Weather Presents Challenges to People with Disabilities

Winter can be a difficult time for anyone to get around, but for people with disabilities, the issues are amplified. […]

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Winter can be a difficult time for anyone to get around, but for people with disabilities, the issues are amplified. This winter seems especially irksome, given the increased amount of snow, ice, and frigid temperatures we’ve been experiencing in Minnesota compared to our more recent, mild winters. These kinds of conditions create problem spots for people with disabilities, including the high potential they create for isolation, difficulty getting adequate transportation, and increased cost of living expenses.

John Tschida, director of Public Policy and Research at Courage Center, outlined the issues faced by people with disabilities in Minnesota during the winter months. When many people think of the issue, he said, they think of people in wheelchairs. But getting around is a problem for people with any number of disabilities, said Tschida. Some examples he provided are people with fibromyalgia, who experience pain in the cold weather, and people who walk with canes or have difficulty walking at all.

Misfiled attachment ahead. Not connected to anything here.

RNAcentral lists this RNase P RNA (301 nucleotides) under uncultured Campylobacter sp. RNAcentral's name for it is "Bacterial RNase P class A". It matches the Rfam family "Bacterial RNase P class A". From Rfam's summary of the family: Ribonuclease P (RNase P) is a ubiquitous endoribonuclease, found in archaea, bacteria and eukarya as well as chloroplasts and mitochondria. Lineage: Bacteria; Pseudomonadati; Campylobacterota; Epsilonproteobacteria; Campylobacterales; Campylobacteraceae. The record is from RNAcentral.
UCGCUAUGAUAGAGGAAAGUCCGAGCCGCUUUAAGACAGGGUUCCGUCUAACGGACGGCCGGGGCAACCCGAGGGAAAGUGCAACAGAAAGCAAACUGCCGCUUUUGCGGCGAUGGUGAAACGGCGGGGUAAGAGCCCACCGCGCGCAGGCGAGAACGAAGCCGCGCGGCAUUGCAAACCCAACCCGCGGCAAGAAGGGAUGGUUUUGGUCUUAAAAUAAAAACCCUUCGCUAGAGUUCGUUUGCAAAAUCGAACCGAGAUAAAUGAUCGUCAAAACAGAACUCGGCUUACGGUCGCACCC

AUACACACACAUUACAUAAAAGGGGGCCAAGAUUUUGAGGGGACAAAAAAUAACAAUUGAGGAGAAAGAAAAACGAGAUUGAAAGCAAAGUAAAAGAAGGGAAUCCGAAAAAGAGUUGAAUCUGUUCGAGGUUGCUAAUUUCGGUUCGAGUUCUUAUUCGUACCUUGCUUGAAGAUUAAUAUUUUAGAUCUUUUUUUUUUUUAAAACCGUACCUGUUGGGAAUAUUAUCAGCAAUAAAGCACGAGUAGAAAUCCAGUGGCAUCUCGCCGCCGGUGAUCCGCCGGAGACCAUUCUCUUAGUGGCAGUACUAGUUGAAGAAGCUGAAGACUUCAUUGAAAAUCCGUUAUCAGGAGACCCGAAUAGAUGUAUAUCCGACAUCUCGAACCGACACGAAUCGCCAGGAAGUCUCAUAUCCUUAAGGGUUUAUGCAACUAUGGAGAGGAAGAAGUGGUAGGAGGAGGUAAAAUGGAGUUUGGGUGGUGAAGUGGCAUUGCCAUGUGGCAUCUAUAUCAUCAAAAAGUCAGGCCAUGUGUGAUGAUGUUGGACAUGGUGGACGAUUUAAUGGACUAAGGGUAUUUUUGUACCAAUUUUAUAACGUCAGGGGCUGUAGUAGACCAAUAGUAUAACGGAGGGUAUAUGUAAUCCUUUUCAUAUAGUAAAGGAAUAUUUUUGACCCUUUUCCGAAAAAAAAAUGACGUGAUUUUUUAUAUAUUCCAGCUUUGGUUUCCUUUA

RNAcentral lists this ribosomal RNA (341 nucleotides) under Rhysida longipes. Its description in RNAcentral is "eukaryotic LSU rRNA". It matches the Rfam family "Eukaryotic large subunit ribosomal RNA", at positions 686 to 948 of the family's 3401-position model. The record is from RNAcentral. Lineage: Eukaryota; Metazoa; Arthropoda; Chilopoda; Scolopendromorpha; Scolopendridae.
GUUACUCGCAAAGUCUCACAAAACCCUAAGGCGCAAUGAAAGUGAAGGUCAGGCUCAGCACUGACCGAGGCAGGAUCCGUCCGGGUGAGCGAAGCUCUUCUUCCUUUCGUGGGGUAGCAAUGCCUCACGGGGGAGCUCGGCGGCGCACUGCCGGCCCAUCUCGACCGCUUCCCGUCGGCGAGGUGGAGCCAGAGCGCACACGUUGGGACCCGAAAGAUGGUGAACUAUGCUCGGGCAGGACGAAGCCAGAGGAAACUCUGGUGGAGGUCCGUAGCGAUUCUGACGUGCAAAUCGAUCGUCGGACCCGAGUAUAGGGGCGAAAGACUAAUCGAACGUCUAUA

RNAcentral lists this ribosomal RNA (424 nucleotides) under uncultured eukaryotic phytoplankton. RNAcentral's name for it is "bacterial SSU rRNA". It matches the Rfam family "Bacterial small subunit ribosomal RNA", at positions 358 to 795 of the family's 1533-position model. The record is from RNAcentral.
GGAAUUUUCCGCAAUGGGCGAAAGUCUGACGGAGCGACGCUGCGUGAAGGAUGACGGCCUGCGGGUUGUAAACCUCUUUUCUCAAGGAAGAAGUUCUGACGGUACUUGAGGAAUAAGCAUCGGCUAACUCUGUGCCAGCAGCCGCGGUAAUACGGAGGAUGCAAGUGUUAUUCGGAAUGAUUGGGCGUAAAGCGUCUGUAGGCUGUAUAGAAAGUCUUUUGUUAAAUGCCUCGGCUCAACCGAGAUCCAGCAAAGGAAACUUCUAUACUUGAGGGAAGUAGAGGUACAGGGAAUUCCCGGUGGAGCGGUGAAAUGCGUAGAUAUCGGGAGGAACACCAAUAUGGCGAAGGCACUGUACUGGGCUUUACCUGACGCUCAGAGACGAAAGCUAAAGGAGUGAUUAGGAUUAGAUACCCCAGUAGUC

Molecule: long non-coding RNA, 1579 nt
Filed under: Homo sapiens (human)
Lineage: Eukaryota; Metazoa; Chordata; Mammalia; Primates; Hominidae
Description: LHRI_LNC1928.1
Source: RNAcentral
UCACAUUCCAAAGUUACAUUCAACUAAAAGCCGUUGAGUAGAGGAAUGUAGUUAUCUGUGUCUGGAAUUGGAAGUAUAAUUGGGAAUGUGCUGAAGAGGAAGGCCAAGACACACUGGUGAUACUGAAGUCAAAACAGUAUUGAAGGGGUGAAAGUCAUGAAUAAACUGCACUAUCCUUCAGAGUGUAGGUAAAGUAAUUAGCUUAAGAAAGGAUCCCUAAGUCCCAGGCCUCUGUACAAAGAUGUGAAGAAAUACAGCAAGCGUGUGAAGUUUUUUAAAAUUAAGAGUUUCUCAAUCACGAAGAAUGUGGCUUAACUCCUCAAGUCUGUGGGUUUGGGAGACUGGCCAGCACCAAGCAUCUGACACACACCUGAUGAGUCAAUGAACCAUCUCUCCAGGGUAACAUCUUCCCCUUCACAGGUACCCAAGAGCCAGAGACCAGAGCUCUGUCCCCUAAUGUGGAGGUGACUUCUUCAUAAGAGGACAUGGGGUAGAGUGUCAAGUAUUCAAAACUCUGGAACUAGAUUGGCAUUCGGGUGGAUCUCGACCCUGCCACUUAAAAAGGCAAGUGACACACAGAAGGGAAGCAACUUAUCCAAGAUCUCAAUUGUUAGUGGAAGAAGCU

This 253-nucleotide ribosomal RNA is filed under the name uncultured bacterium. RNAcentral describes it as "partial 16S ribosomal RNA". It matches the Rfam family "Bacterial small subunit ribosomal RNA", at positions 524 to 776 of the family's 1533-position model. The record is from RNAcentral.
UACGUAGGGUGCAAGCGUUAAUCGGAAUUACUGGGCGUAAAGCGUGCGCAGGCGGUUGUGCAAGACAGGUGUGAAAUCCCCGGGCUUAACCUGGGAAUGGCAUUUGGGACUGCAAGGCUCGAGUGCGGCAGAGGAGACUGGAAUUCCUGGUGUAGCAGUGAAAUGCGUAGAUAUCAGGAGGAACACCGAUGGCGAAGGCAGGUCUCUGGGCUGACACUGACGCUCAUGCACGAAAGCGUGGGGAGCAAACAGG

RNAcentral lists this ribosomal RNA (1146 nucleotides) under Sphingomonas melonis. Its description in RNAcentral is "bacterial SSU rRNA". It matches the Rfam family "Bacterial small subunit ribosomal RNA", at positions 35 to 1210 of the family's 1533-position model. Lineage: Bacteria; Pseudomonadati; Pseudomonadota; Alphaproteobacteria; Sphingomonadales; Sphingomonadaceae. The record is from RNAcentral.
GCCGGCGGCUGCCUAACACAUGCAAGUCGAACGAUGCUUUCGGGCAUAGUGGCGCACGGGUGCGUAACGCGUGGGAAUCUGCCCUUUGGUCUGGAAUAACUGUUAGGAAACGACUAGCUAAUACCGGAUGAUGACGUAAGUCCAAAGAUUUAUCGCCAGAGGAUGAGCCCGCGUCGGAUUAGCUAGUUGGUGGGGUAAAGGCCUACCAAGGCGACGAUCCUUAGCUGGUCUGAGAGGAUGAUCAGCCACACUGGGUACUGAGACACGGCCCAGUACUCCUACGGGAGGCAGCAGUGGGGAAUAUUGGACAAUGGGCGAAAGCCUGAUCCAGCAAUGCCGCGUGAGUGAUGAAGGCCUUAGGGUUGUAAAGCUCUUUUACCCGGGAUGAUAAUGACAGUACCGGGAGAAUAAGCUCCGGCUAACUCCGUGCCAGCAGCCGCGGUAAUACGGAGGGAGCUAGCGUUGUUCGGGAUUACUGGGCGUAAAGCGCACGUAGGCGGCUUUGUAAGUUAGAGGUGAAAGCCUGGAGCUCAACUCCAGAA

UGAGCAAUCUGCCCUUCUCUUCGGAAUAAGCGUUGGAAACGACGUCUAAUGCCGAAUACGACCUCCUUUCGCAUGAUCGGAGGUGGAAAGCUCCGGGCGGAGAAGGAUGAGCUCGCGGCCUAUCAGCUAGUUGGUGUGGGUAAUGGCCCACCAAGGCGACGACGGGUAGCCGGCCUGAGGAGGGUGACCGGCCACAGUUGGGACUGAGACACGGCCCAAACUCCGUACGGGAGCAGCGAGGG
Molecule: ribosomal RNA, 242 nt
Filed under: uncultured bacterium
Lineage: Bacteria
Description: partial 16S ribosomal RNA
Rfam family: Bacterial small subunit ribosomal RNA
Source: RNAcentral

Snow removal can represent one of the biggest problems for people with disabilities. In Tschida’s neighborhood, the local Cub Scouts often shovel snow for people who can’t do it themselves.

Rick Cardenas, co-director of ACT (Advocating Change Together), thinks this winter is actually less of a problem than previous years for people with disabilities. He said the city and bus companies have been diligent about clearing snow at loading areas for busses and at curbs.

But Tschida says transportation is always an ongoing problem for people with disabilities during the winter months. Tschida cites the Twin Cities’ current Metro Mobility program as not meeting the needs of disabled people in the metro area. “As the public policy director here, I talk with legislators and with people who run the program,” he said. “I recognize they have a very difficult job to do.”